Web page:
Voices in the data stream: hacking networked storytelling

One of the richest parts of the Berkman fellows program is the way the convergent interests of a spectrum of expertise and sensibility express themselves in collaboration and collegial engagement. A terrific example from the current fellowship cycle is the networked storytelling group, in which a multidisciplinary band of thinkers and makers come together to look at—and experiment with—narrative experience in networked life. Last weekend, the group held a hackathon at MIT’s Center for Civic Media, furnishing an opportunity for journalists, data wranglers, scholars, activists, and artists (an overlapping map of cohorts and crafts) to explore the challenges of telling a complex story by various means.

We focused our efforts on a shared pool of material relating to an underreported story of unrest in Bangladesh, which centered on the trial and sentencing of Abdul Quader Mollah, an Islamist party leader accused of mass murder in the context of Bangladesh’s 1971 struggle for separation from Pakistan. With material curated by Ivan Sigal, a 2013 Berkman fellow and executive director of Global Voices, along with fellows Dalia Othman, Tim Davies, and others. We relied heavily as well on special coverage of the protests curated by Global Voices. Despite a helpful explainer from blogger and Global Voices contributor Reswan, delivered to the group via Skype from Dhaka in the wee hours of the night, we all felt underprepared to take on the enormity of the protest story and the fraught history and politics of Bangladesh. With a certain degree of humility and uncertainty, then, we dove into finding ways to explore media and data associated with the story in hopes of bringing aspects of it to light.

Having offered the exceedingly-vague notion of creating a project that explored my own ignorance, rather than seeking a false sense of expertise; and further animated by a desire to understand the materiality of Shahbag Square in Dhaka (center of the protests) and its connection to the online movement fostered there, I fell into a conversation with Ainsley Sutherland of MIT’s Comparative Media Studies program. Casting about for ways to embody or evoke a spatial sense of a place neither of us had visited, we hit upon the power of audio—both for its intimacy and somatic intuitiveness and for its estranging powers—and quickly set ourselves the constraint of developing an audio-only project.

Joined by designer/engineer Mike Estee, we combed Youtube and Soundcloud for sonic traces of the story, finding a wealth of material in songs, protest, interviews, and news coverage. As rich typologies inherent in the media began to emerge, we turned towards abstraction, playing with various strategies for narrativizing, gamifying, or otherwise interactively animating a database of sound. Immediately, however, we faced the limitations imposed by our own ignorance—of language, culture, and context—with respect to the question of responsibly organizing any such rubric. We returned then to reliance on the senses, on the intuitive response to our confusion and doubts, as an organizing principle for the eventual experience of the work. In particular, the use of sensory rather than epistemological principles for organizing the material—and activating the help of others—became appealing.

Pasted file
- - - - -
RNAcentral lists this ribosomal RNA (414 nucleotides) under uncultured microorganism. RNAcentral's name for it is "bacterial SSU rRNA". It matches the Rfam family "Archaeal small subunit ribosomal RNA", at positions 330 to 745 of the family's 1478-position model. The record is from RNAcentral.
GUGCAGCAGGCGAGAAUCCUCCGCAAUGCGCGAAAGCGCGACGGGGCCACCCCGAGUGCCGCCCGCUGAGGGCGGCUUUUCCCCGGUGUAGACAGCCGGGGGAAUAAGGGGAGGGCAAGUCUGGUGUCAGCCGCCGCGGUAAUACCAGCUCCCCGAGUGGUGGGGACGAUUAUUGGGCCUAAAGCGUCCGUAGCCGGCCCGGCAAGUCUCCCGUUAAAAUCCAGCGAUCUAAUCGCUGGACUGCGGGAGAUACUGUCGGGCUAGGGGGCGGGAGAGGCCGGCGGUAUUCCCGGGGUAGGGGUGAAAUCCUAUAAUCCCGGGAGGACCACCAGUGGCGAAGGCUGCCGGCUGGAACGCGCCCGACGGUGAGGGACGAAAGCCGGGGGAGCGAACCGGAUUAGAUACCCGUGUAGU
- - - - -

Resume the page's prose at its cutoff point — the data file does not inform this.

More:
We decided to confront the alterity of the story—in a certain sense, to embrace and explore the problem of what press critic Jay Rosen calls the “view from nowhere” that is often the ground of mainstream media consumer’s perspective. In the second instance, we were curious to ground our experience of the story—to spatialize it—to understand it as a congeries of material, somatic encounters and network effects. The sheer diversity of our audio sources took us away from a confrontation with Shahbag Square, ushering us towards a more wide-ranging and abstract notion of space as a quality emerging from sonic experience.

In the end, we designed an audio installation piece, suitable for a gallery, in which several thread of audio clips played serially through headphones. Our inspiration was nothing other than the kindergarten classic “telephone game,” where whispered voices introduce generative effects. Listeners, each having a private experience of the audio clips, would be prompted to describe what they heard for those not listening; gradually, the separate streams would diverge, with different clips played for the several listeners, who then would confront in dialogue the divergent sounds they were experiencing. For simplicity’s sake, Mike, Ainsley, and I dj’d the sounds by hand from our laptops for a group of volunteer listeners; the file below offers one of the prototype sounds streams we edited together quickly over the course of the afternoon:

(NB: the name of the file, “newlucky,” comes from the source of the first clip in the stream: an interview with Lucky Apter, a young woman who became something of an avatar and spokesperson for the protesters in Shahbag.)

Mike, Ainsley, and I agreed that, while our knowledge of the complexities of the Shahbag movement remained beyond our grasp, our understanding of the issue was tweaked upward in promising ways. This provocation came mostly out of the encounter with material which, while raw to us, was very much cooked for participants in the events. The sheer impact of sound, combined with the invitation to discourse and description, felt like a promising modality for discovering limits to our comprehension as consumers of the news as well as thinkers and makers. I hope to explore the possibilities of a project of this nature for animating audio from a host of news projects—steering away from the didactic and the explicative, opening up dialogues of uncertainty and humility often missing from mainstream news channels—a possibility emerging in the context of networks, offering the chance to create new networks in turn.